Memphis based Tiger High (Jake Vest, Toby Vest,Greg Faison and Greg Roberson) create large expansive sounds that not only rock but have the ability to lift you up off the ground until you are levitating in their beautiful over modulated hum. On Myth is This, the distortion (which sounds like it envelops the entire recording including the drums) creates a powerful sense of urgency and nostalgia and pours a patina of longing all over these songs. Let's not be mistaken though, this effect would do nothing if it were not for the well written compositions they are soaked in.
"Why Oh Why" cuts through you like a be bop 60's slow dance tear jerker. The chorus literally begs you to sing along. "Boys at the Bottom" jams with a free wheeling beat and Brit post punk vibe. "Myth is This" with it's paisley pop melodies and thick ambient sound washes over you. "Losing Out" kicks along with a touch of Southern Blues buried deep inside the fuzz, in fact, the thick rhythms almost sounds like a wall of fiddles. "Up and Down Again" engages you with a heavy bass and drum bed while the guitars shred. The rock progression is familiar but it still stirs you into a hypnotic dance.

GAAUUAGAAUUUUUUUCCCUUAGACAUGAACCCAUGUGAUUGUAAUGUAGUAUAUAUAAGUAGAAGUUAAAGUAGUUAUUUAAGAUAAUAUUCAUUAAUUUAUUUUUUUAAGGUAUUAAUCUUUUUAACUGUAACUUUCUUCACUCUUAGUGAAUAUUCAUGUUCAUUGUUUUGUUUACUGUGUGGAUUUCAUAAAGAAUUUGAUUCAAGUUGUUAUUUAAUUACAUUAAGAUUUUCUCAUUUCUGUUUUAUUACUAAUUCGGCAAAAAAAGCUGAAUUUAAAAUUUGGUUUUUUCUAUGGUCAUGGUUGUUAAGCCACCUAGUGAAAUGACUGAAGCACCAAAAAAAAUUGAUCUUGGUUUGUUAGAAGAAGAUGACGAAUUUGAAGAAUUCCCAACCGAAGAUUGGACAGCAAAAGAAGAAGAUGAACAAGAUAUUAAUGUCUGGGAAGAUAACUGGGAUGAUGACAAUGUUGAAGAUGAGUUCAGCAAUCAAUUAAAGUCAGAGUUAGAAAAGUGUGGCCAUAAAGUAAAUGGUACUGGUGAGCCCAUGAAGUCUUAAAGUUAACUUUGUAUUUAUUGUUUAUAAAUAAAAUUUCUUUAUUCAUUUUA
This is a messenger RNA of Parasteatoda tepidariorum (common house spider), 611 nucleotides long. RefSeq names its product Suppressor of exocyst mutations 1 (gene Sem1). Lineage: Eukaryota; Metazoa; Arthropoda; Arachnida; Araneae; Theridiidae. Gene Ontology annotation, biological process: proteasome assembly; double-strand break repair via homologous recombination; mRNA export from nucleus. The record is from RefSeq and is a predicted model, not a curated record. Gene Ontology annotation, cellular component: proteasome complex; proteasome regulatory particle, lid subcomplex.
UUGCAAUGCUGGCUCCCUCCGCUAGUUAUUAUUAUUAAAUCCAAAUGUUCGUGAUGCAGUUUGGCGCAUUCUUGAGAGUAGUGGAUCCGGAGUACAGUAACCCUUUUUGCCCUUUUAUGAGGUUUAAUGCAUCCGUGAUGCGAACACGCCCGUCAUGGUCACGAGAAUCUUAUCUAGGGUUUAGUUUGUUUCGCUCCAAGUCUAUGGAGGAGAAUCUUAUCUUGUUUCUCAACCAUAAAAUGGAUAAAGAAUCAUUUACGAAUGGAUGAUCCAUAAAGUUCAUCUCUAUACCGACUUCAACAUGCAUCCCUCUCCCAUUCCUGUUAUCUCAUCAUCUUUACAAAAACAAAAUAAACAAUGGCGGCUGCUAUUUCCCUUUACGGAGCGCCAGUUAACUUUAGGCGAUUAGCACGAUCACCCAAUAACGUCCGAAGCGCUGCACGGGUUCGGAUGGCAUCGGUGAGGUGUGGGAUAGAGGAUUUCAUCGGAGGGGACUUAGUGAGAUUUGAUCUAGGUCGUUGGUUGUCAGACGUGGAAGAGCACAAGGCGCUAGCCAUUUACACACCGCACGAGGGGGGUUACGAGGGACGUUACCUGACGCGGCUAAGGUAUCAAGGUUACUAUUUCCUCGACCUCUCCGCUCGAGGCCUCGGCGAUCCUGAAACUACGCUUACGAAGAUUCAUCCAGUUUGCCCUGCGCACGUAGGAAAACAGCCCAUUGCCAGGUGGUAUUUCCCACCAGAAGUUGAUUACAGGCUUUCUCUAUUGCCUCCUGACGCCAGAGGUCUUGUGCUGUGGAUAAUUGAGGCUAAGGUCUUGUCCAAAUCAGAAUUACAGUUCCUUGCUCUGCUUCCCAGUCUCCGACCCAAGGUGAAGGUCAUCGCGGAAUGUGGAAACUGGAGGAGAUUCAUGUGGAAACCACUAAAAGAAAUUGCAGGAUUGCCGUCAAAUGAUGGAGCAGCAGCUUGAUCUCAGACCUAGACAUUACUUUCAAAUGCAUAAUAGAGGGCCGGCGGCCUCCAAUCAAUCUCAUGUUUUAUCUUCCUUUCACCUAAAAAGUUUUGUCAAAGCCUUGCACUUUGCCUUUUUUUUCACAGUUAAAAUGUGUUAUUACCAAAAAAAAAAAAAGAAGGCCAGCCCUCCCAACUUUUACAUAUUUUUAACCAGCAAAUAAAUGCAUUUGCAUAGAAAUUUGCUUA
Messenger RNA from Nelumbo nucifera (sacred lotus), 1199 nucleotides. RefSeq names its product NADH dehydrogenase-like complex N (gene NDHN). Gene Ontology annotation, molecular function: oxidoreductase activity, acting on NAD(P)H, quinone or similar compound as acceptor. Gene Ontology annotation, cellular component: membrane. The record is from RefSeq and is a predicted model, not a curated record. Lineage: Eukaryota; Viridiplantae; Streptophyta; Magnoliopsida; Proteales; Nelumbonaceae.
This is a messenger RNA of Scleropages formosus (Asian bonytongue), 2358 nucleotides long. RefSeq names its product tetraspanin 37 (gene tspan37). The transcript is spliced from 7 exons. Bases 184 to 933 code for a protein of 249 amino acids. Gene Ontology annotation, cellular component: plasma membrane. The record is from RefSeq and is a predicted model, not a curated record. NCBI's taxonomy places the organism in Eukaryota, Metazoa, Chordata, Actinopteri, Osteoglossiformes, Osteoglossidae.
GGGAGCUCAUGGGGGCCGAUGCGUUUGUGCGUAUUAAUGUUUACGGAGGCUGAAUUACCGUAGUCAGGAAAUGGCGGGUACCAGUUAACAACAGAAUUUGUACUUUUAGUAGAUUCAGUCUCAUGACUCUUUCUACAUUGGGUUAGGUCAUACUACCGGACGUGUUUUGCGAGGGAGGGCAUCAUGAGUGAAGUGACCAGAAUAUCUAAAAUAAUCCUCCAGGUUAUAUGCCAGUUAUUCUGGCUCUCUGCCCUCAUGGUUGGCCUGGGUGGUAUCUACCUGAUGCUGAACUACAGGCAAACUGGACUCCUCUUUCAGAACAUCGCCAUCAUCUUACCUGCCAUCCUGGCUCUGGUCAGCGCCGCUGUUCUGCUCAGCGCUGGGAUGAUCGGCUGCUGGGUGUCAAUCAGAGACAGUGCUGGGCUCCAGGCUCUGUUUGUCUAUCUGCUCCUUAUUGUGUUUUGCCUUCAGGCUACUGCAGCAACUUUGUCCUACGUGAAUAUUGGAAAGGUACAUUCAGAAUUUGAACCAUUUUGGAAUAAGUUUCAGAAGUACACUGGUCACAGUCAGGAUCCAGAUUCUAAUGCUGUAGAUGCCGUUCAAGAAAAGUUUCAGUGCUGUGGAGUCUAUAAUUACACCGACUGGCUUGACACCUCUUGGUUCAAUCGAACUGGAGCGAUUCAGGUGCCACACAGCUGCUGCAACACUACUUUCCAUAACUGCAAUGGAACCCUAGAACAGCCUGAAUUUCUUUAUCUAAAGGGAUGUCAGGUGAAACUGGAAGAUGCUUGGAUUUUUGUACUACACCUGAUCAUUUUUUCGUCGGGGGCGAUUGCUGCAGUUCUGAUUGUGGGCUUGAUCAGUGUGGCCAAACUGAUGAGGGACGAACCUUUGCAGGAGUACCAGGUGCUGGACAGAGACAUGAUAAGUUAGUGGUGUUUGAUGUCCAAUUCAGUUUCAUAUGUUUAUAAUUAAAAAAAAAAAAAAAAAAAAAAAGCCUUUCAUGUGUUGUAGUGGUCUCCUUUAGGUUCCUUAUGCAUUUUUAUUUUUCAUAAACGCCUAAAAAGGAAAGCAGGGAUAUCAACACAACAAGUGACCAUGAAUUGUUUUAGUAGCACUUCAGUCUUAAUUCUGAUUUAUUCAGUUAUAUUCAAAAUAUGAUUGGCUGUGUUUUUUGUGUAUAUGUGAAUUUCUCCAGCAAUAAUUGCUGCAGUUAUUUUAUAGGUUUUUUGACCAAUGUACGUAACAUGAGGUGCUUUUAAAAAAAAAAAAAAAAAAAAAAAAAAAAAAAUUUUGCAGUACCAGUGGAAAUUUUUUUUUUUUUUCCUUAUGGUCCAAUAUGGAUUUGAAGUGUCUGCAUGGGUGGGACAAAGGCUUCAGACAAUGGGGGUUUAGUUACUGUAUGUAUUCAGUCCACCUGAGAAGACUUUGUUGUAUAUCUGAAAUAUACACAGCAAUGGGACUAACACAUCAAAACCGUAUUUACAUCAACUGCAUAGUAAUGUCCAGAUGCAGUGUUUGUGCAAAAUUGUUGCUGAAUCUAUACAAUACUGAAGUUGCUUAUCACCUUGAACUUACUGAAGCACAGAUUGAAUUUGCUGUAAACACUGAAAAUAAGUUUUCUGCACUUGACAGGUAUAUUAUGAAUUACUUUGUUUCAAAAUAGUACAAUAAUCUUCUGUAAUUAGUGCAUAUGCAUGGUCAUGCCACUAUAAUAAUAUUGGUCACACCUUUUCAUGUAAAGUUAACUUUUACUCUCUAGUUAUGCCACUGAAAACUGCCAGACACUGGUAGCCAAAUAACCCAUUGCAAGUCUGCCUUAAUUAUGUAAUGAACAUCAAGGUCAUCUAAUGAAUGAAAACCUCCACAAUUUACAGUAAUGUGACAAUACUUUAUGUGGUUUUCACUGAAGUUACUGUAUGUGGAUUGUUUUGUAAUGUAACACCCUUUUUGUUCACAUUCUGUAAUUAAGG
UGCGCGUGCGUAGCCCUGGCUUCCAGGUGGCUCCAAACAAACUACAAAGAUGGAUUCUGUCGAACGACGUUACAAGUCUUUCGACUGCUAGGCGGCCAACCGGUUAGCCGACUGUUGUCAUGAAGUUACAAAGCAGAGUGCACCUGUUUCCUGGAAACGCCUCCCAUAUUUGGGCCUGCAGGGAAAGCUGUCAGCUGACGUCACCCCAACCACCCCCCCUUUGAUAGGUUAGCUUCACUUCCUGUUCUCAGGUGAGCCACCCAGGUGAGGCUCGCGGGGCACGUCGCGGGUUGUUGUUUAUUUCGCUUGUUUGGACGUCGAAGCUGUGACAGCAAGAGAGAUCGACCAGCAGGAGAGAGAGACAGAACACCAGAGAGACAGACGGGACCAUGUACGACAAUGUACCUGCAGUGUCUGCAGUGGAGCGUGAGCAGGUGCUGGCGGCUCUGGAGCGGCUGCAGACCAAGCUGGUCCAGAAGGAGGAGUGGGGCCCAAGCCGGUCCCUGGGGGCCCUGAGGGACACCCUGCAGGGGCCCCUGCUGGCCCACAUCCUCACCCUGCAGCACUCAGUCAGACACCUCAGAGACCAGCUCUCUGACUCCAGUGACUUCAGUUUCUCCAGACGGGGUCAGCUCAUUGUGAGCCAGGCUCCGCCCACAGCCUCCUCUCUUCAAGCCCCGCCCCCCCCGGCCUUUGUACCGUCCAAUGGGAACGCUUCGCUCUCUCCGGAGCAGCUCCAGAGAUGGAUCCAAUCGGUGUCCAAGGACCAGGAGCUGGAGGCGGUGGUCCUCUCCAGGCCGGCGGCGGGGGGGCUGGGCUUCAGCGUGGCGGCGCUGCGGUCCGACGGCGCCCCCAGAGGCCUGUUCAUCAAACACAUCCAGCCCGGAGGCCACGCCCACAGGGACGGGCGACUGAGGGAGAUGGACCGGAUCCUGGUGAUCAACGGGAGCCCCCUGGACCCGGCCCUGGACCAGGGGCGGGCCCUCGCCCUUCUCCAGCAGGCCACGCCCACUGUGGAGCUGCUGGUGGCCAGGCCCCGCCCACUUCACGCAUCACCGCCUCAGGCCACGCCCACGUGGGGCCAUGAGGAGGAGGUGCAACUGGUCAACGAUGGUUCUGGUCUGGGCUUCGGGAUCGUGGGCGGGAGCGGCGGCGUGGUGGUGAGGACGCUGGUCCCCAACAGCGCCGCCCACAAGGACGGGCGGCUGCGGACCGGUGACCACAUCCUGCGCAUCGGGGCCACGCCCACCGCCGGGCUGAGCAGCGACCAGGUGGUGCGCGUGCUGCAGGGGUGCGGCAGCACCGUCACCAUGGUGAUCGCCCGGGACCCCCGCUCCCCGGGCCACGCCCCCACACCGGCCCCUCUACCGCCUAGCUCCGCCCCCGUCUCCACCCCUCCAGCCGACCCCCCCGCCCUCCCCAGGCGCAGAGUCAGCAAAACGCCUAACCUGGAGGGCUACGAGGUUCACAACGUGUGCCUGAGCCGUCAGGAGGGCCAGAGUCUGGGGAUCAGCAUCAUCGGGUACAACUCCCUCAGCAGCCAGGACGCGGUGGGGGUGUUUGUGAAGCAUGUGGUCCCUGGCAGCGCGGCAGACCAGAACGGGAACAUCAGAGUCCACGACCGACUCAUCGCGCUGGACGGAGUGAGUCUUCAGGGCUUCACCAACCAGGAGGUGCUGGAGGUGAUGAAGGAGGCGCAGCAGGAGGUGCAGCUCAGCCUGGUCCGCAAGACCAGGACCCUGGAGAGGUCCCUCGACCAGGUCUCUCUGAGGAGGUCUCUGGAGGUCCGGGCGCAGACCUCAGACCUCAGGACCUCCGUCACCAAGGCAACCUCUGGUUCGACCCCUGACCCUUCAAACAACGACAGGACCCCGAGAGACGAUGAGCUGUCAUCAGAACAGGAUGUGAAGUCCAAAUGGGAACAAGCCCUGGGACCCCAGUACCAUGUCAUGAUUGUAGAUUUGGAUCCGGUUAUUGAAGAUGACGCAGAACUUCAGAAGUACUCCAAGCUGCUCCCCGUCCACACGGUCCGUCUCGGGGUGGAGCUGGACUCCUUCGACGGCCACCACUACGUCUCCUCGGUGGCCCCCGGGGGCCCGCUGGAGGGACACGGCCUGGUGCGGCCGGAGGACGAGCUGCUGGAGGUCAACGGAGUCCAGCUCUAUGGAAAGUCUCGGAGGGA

Of all the songs on Myth is This, "Carry My Love" might be it's defining moment. Not only does it wrap you up in a swirl of tom toms and thick guitar sounds and one hell of a catchy guitar riff, the vocal melodies are so thick and uplifting that the song sounds like an anthem of sorts. The fact that the bridge descends into a trashy surf rock party vibe makes it even that much better. The bass and guitar work is cool and playful.
"Vipers" is straight forward hard garage rock with a 60's style organ. The last track, "Always Mine" feels like hard painful memories resurfacing. It ebbs and flows between droning ambiance, soaring guitars and evocative vocals again soaked in that ever present fog of lovely fuzz.